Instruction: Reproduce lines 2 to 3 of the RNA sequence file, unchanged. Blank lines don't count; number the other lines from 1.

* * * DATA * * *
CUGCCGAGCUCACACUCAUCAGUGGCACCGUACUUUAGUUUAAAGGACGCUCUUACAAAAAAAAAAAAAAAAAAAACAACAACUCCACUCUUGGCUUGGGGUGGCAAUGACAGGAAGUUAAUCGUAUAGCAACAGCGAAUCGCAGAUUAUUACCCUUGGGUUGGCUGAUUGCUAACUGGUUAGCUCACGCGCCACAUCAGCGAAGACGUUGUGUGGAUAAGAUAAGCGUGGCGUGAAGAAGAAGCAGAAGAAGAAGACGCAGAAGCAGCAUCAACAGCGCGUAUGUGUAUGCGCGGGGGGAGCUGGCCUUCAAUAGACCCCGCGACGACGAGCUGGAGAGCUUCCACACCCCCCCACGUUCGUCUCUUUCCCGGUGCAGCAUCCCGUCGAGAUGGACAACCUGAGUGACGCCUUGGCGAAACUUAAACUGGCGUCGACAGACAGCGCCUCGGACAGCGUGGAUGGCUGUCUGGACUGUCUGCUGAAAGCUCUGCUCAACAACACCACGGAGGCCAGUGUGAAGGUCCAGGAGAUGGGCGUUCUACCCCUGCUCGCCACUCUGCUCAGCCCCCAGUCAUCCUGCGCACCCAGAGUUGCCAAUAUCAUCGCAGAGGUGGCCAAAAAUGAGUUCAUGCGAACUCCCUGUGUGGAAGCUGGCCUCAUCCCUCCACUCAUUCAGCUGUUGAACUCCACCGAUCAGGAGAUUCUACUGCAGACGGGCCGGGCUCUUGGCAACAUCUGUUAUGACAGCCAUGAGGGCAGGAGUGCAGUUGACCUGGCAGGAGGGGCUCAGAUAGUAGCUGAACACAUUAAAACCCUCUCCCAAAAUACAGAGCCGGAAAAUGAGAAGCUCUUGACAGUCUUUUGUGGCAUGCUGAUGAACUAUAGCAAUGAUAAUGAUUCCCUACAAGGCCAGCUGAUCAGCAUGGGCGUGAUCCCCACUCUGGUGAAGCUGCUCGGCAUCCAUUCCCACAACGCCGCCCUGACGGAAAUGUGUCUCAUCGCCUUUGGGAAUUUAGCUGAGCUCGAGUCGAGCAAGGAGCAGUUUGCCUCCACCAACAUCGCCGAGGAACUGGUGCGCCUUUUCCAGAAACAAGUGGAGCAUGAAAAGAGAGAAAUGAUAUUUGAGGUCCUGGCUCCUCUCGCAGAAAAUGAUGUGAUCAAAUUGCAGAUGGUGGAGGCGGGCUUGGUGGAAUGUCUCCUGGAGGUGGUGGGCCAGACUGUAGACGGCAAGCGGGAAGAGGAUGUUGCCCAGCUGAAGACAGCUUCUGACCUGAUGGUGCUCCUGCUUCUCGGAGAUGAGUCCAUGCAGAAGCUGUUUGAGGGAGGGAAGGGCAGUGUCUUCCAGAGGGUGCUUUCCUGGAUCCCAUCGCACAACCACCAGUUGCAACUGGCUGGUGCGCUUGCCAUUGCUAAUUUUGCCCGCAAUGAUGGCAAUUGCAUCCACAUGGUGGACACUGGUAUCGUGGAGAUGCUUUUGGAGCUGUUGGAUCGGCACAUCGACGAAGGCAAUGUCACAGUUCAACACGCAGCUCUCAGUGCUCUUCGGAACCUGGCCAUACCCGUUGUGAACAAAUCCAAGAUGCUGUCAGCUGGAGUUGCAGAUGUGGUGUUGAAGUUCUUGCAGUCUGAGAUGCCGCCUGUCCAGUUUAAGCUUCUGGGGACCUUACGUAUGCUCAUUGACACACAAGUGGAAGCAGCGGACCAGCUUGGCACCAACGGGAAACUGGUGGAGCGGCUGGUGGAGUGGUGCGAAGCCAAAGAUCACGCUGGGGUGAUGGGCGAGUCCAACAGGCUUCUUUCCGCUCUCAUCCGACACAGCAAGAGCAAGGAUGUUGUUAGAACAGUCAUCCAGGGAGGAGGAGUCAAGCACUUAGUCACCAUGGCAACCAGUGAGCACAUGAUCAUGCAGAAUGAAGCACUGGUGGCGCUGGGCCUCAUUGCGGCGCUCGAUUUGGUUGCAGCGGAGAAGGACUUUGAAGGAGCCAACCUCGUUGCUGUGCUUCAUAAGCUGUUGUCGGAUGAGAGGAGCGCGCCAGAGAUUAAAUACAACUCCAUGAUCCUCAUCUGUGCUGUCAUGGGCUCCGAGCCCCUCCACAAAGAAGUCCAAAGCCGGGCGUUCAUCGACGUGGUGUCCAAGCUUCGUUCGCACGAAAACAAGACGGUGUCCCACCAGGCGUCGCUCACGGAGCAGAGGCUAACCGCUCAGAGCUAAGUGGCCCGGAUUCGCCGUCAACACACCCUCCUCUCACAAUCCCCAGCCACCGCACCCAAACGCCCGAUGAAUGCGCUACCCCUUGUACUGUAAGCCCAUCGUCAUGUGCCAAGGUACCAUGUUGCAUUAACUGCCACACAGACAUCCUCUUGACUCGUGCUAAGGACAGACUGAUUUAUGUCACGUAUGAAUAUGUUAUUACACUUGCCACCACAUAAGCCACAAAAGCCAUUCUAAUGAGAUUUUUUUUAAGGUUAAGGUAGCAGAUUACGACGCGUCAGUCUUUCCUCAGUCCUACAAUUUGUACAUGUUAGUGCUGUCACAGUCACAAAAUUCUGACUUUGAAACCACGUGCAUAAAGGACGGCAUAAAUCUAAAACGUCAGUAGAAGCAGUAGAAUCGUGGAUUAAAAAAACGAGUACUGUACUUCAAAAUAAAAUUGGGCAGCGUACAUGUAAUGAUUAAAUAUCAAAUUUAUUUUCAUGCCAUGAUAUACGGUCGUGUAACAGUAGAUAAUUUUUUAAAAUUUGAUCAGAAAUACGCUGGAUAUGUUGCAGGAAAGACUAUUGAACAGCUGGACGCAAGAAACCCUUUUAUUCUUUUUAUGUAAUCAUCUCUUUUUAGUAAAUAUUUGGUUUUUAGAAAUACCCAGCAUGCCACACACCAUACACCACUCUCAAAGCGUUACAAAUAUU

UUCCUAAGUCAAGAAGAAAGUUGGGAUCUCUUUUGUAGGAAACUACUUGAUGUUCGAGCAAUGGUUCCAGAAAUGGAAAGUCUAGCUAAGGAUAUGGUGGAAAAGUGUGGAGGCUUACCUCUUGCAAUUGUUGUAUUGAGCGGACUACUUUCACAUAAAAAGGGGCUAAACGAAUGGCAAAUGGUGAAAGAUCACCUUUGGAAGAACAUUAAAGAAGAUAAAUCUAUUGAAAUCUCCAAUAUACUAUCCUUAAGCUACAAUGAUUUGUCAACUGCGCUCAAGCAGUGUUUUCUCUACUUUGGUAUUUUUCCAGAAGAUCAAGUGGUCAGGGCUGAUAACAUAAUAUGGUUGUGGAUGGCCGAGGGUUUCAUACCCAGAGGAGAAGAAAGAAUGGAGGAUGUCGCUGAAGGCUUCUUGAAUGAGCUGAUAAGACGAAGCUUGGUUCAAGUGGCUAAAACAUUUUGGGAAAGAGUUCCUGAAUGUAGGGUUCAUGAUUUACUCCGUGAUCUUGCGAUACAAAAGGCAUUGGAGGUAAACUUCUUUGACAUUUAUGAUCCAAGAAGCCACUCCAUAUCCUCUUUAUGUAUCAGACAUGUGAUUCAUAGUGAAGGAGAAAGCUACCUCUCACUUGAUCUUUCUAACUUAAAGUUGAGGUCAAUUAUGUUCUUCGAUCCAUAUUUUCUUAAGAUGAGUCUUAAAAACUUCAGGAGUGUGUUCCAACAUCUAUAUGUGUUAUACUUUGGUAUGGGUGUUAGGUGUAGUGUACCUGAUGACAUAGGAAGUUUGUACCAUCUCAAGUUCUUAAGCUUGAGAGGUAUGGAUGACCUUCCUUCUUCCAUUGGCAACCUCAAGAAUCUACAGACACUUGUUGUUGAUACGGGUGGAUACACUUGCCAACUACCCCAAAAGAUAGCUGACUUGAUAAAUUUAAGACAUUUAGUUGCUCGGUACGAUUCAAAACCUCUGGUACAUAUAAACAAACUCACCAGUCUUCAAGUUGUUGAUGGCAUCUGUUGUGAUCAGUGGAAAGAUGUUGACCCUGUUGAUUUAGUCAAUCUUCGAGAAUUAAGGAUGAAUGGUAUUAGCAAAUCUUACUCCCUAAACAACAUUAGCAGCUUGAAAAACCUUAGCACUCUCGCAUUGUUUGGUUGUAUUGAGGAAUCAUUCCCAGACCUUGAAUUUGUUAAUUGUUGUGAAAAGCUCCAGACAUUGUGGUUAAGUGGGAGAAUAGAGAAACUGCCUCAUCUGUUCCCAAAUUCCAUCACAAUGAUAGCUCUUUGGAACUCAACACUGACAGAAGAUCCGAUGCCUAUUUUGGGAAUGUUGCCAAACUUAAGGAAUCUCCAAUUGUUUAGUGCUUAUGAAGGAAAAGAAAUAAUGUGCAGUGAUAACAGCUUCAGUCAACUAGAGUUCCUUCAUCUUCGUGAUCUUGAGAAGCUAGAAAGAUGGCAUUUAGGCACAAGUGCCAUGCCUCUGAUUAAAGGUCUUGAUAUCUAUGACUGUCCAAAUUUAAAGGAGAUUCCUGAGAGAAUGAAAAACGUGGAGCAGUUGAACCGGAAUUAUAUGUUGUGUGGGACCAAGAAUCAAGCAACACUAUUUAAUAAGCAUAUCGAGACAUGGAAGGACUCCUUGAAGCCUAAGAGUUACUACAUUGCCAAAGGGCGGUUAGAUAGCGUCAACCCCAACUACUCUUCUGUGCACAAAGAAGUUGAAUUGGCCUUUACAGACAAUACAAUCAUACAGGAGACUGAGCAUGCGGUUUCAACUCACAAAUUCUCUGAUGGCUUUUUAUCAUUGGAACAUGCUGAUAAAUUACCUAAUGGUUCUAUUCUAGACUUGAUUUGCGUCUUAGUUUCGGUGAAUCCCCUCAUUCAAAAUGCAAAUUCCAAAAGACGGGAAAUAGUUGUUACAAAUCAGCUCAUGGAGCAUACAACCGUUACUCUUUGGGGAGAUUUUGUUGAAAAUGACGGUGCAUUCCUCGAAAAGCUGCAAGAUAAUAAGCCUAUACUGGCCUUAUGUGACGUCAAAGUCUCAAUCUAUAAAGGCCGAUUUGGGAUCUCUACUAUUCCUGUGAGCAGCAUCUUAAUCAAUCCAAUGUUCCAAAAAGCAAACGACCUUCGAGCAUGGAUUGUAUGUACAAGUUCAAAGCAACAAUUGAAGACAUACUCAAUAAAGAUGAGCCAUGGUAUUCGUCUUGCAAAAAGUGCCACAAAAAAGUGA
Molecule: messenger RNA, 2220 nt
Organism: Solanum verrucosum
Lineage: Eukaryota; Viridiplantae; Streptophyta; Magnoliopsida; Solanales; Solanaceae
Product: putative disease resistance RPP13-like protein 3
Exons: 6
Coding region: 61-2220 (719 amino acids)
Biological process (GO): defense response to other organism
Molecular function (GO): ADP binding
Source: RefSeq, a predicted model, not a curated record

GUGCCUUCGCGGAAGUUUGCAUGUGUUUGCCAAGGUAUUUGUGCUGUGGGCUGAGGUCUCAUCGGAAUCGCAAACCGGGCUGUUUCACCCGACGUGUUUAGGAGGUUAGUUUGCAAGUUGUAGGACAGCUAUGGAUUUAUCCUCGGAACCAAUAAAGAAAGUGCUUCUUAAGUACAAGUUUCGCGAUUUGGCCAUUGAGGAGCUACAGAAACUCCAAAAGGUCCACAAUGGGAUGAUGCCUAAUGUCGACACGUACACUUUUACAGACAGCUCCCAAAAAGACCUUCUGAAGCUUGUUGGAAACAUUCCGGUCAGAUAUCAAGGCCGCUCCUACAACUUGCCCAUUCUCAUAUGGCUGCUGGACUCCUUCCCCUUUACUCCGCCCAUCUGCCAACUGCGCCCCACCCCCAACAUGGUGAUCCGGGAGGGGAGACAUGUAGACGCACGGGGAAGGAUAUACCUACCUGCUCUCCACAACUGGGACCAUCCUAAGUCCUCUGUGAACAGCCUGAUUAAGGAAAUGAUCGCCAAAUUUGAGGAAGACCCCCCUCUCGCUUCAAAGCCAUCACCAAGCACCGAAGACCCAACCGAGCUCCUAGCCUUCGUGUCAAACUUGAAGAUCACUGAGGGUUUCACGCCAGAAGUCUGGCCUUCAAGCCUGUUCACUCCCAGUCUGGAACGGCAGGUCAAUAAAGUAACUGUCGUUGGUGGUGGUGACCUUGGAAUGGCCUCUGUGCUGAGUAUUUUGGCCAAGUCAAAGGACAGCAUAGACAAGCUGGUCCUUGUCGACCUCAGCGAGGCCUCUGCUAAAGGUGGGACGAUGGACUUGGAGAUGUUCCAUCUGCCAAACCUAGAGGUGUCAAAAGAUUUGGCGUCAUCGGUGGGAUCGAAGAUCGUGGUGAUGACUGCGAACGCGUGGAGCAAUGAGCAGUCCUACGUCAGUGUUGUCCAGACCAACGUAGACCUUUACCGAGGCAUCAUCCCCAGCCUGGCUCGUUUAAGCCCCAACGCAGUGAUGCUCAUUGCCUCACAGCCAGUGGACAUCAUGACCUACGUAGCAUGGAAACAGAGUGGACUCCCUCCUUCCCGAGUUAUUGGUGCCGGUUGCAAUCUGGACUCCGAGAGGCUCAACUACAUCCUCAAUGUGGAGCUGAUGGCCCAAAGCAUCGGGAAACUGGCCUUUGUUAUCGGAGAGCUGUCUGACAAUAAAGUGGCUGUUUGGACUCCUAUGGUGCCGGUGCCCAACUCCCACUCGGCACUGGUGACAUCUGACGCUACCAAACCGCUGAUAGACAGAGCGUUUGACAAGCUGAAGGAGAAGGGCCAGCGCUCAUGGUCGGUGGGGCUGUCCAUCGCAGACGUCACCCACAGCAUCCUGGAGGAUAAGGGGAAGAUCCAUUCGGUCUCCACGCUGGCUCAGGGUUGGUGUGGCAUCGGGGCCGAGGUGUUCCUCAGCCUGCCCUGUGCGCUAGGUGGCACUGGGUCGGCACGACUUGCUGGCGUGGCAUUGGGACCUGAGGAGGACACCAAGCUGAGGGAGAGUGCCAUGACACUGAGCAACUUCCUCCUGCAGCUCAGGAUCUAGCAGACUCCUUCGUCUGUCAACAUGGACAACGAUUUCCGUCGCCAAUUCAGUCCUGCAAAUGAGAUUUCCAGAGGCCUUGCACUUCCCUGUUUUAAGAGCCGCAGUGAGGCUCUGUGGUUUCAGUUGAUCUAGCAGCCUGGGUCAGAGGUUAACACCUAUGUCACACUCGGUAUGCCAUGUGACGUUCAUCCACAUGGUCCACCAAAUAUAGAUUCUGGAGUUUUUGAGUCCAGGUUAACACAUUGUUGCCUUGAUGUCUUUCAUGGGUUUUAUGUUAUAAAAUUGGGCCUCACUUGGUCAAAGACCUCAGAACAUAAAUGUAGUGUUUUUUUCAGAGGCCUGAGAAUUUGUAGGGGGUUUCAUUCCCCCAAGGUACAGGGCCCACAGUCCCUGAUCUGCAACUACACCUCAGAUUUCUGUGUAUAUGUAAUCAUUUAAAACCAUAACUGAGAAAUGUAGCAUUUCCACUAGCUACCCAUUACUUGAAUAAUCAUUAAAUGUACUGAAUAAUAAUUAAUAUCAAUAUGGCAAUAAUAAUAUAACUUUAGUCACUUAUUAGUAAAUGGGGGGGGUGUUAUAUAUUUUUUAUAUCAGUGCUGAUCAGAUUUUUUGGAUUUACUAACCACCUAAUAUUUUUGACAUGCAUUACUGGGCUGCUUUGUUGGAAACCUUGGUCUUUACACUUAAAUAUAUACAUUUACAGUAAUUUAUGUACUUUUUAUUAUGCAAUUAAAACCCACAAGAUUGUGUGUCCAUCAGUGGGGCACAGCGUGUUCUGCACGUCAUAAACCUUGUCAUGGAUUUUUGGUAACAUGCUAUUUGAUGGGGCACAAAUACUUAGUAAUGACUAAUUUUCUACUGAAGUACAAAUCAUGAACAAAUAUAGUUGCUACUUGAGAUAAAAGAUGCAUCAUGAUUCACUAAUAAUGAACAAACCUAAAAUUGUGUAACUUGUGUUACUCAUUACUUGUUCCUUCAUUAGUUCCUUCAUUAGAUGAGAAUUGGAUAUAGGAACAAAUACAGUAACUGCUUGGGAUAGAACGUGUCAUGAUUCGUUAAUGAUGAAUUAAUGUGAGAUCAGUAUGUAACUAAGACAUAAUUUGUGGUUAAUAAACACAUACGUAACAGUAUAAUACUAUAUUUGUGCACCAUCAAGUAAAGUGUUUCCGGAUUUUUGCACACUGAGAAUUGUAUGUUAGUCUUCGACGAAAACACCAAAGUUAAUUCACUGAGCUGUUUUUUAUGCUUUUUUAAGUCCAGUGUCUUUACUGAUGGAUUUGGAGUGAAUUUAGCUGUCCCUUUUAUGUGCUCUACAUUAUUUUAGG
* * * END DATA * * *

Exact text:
UUCCUAAGUCAAGAAGAAAGUUGGGAUCUCUUUUGUAGGAAACUACUUGAUGUUCGAGCAAUGGUUCCAGAAAUGGAAAGUCUAGCUAAGGAUAUGGUGGAAAAGUGUGGAGGCUUACCUCUUGCAAUUGUUGUAUUGAGCGGACUACUUUCACAUAAAAAGGGGCUAAACGAAUGGCAAAUGGUGAAAGAUCACCUUUGGAAGAACAUUAAAGAAGAUAAAUCUAUUGAAAUCUCCAAUAUACUAUCCUUAAGCUACAAUGAUUUGUCAACUGCGCUCAAGCAGUGUUUUCUCUACUUUGGUAUUUUUCCAGAAGAUCAAGUGGUCAGGGCUGAUAACAUAAUAUGGUUGUGGAUGGCCGAGGGUUUCAUACCCAGAGGAGAAGAAAGAAUGGAGGAUGUCGCUGAAGGCUUCUUGAAUGAGCUGAUAAGACGAAGCUUGGUUCAAGUGGCUAAAACAUUUUGGGAAAGAGUUCCUGAAUGUAGGGUUCAUGAUUUACUCCGUGAUCUUGCGAUACAAAAGGCAUUGGAGGUAAACUUCUUUGACAUUUAUGAUCCAAGAAGCCACUCCAUAUCCUCUUUAUGUAUCAGACAUGUGAUUCAUAGUGAAGGAGAAAGCUACCUCUCACUUGAUCUUUCUAACUUAAAGUUGAGGUCAAUUAUGUUCUUCGAUCCAUAUUUUCUUAAGAUGAGUCUUAAAAACUUCAGGAGUGUGUUCCAACAUCUAUAUGUGUUAUACUUUGGUAUGGGUGUUAGGUGUAGUGUACCUGAUGACAUAGGAAGUUUGUACCAUCUCAAGUUCUUAAGCUUGAGAGGUAUGGAUGACCUUCCUUCUUCCAUUGGCAACCUCAAGAAUCUACAGACACUUGUUGUUGAUACGGGUGGAUACACUUGCCAACUACCCCAAAAGAUAGCUGACUUGAUAAAUUUAAGACAUUUAGUUGCUCGGUACGAUUCAAAACCUCUGGUACAUAUAAACAAACUCACCAGUCUUCAAGUUGUUGAUGGCAUCUGUUGUGAUCAGUGGAAAGAUGUUGACCCUGUUGAUUUAGUCAAUCUUCGAGAAUUAAGGAUGAAUGGUAUUAGCAAAUCUUACUCCCUAAACAACAUUAGCAGCUUGAAAAACCUUAGCACUCUCGCAUUGUUUGGUUGUAUUGAGGAAUCAUUCCCAGACCUUGAAUUUGUUAAUUGUUGUGAAAAGCUCCAGACAUUGUGGUUAAGUGGGAGAAUAGAGAAACUGCCUCAUCUGUUCCCAAAUUCCAUCACAAUGAUAGCUCUUUGGAACUCAACACUGACAGAAGAUCCGAUGCCUAUUUUGGGAAUGUUGCCAAACUUAAGGAAUCUCCAAUUGUUUAGUGCUUAUGAAGGAAAAGAAAUAAUGUGCAGUGAUAACAGCUUCAGUCAACUAGAGUUCCUUCAUCUUCGUGAUCUUGAGAAGCUAGAAAGAUGGCAUUUAGGCACAAGUGCCAUGCCUCUGAUUAAAGGUCUUGAUAUCUAUGACUGUCCAAAUUUAAAGGAGAUUCCUGAGAGAAUGAAAAACGUGGAGCAGUUGAACCGGAAUUAUAUGUUGUGUGGGACCAAGAAUCAAGCAACACUAUUUAAUAAGCAUAUCGAGACAUGGAAGGACUCCUUGAAGCCUAAGAGUUACUACAUUGCCAAAGGGCGGUUAGAUAGCGUCAACCCCAACUACUCUUCUGUGCACAAAGAAGUUGAAUUGGCCUUUACAGACAAUACAAUCAUACAGGAGACUGAGCAUGCGGUUUCAACUCACAAAUUCUCUGAUGGCUUUUUAUCAUUGGAACAUGCUGAUAAAUUACCUAAUGGUUCUAUUCUAGACUUGAUUUGCGUCUUAGUUUCGGUGAAUCCCCUCAUUCAAAAUGCAAAUUCCAAAAGACGGGAAAUAGUUGUUACAAAUCAGCUCAUGGAGCAUACAACCGUUACUCUUUGGGGAGAUUUUGUUGAAAAUGACGGUGCAUUCCUCGAAAAGCUGCAAGAUAAUAAGCCUAUACUGGCCUUAUGUGACGUCAAAGUCUCAAUCUAUAAAGGCCGAUUUGGGAUCUCUACUAUUCCUGUGAGCAGCAUCUUAAUCAAUCCAAUGUUCCAAAAAGCAAACGACCUUCGAGCAUGGAUUGUAUGUACAAGUUCAAAGCAACAAUUGAAGACAUACUCAAUAAAGAUGAGCCAUGGUAUUCGUCUUGCAAAAAGUGCCACAAAAAAGUGA
Molecule: messenger RNA, 2220 nt